IN PICTURES: 20 of the weirdest, wackiest and stupidest sci/tech stories of 2011 (so far!)

From IT geeks winning millions to Google mush-brain syndrome, 2011 is shaping up to be one wacky year

  • NASA looks fires-up jet fuel that tastes like chicken: It may never make it into everyday jet-fighter use but NASA is checking out biofuel made from chicken and beef fat. The chicken fat fuel, known as Hydrotreated Renewable Jet Fuel, was burned in the engine of a DC-8 at NASA's Dryden Flight Research Center as part of its Alternative Aviation Fuels Experiment that is looking at developing all manner of biofuel alternatives to traditional Jet Propellant 8, or JP-8. The DC-8 is used as a test vehicle because its engine operations are well-documented and well-understood, NASA says.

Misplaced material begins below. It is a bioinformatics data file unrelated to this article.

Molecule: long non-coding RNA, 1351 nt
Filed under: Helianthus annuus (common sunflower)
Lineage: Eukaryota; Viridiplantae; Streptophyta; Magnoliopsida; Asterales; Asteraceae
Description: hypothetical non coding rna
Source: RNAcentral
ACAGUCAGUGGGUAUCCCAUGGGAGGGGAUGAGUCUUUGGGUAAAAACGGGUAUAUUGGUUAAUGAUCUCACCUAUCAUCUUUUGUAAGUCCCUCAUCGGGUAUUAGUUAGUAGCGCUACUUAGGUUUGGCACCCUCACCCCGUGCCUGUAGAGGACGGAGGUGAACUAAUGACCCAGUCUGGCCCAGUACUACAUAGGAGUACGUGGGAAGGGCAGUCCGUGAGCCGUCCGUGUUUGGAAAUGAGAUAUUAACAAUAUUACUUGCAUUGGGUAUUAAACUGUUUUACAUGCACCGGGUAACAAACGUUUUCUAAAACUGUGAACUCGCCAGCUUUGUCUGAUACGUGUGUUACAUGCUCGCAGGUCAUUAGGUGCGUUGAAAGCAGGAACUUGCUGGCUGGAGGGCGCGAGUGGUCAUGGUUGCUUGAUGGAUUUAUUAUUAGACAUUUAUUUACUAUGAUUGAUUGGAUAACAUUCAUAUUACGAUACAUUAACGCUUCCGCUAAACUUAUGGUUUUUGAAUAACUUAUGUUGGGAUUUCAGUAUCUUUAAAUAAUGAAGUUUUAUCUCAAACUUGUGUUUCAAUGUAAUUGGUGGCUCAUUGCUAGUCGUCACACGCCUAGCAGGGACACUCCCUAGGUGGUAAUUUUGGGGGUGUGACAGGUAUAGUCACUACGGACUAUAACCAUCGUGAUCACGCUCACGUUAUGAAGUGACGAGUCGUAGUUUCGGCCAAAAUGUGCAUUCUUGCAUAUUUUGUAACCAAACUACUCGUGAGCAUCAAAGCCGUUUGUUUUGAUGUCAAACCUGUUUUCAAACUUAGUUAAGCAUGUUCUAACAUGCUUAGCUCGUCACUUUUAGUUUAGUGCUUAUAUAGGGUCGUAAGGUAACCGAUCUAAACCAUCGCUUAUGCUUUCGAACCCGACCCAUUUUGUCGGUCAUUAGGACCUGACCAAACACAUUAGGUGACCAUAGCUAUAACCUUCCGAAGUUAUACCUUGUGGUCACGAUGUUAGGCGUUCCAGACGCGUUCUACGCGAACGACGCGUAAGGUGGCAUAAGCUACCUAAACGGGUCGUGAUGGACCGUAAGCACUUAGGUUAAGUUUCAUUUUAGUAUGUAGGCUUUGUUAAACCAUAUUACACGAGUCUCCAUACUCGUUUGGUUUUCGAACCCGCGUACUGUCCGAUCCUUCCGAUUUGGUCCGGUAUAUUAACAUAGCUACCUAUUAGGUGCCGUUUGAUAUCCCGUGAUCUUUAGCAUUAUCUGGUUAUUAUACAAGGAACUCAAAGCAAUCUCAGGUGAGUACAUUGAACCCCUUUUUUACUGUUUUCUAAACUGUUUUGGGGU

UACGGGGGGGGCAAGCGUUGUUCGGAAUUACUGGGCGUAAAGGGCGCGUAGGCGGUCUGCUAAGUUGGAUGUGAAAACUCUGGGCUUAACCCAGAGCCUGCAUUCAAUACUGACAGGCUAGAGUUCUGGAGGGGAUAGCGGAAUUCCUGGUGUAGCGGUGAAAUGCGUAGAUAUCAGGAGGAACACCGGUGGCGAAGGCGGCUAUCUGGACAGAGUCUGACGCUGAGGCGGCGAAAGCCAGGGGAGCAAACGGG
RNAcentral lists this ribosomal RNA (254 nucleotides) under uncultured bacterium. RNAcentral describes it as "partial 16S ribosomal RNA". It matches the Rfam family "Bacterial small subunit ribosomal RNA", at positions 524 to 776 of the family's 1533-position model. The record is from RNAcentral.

• This year is shaping up to be one of the weirdest and wackiest in recent memory. We have everything from US intelligence agencies looking to collect the world's metaphors in a database, cool food porn from none other than an ex-Microsoft exec and a vengeful programmer. With the year half over we take a look at some of the stories that have caused us a double take so far in 2011.

  • Sex doll-based robot helps dentists learn realistic, sensitive healing: Bordering on obscene and a little bit scary, Japanese researchers created a dentistry-training robot that can flinch, gag, blink and try to carry on a conversation with cotton stuffed in its mouth - effectively mimicking a real human visit to the dentist. The thing is that the all-to-realistic robot is one of Japan's top sex doll makers, Orient Industry, was brought in to help design and craft realistic skin, tongue and mouth areas.